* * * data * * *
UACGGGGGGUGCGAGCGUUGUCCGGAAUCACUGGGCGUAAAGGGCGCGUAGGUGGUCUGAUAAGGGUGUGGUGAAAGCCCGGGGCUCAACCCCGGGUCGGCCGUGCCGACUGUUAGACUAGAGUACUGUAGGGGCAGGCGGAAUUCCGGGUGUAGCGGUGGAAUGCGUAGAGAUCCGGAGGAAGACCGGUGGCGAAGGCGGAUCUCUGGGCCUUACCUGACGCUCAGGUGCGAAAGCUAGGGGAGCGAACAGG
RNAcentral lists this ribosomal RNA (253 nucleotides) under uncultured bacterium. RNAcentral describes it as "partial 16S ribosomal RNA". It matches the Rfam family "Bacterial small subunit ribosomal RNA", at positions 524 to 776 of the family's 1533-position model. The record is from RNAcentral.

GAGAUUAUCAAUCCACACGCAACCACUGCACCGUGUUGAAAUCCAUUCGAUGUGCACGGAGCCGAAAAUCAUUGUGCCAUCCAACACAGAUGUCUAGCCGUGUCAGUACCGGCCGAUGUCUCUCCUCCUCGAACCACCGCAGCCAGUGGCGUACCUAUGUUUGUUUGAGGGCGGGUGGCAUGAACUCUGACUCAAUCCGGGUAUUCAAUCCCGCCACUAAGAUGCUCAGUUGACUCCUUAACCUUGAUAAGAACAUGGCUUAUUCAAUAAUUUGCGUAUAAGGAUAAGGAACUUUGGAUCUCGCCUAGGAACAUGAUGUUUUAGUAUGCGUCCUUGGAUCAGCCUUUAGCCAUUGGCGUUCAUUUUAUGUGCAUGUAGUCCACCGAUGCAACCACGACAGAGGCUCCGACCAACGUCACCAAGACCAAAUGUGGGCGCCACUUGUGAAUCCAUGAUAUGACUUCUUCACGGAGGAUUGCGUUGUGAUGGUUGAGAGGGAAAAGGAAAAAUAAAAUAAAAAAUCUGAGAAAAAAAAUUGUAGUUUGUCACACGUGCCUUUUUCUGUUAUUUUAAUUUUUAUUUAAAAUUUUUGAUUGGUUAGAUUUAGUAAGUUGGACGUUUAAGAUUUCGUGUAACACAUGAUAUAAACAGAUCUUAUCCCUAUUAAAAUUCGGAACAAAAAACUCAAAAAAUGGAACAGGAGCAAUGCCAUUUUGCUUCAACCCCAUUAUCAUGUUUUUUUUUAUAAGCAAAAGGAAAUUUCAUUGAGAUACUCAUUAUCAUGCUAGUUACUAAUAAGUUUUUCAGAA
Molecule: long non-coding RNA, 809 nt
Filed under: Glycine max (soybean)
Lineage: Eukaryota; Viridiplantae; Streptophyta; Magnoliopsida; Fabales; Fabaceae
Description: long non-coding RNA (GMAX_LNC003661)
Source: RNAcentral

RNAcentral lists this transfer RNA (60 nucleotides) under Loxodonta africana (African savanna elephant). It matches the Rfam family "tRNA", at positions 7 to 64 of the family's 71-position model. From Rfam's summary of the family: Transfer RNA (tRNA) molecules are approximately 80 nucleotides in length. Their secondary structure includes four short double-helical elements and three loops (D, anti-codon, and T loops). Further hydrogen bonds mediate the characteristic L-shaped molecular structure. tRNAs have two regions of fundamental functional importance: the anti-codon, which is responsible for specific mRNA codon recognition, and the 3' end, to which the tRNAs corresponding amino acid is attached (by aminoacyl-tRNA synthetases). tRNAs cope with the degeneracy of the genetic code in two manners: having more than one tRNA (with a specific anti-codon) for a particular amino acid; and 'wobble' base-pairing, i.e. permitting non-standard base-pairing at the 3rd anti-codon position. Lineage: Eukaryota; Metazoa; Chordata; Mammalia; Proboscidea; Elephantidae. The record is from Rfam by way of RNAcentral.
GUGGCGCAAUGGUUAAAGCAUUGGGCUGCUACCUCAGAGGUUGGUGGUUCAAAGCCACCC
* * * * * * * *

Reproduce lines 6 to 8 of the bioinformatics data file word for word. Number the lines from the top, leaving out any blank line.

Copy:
Lineage: Eukaryota; Viridiplantae; Streptophyta; Magnoliopsida; Fabales; Fabaceae
Description: long non-coding RNA (GMAX_LNC003661)
Source: RNAcentral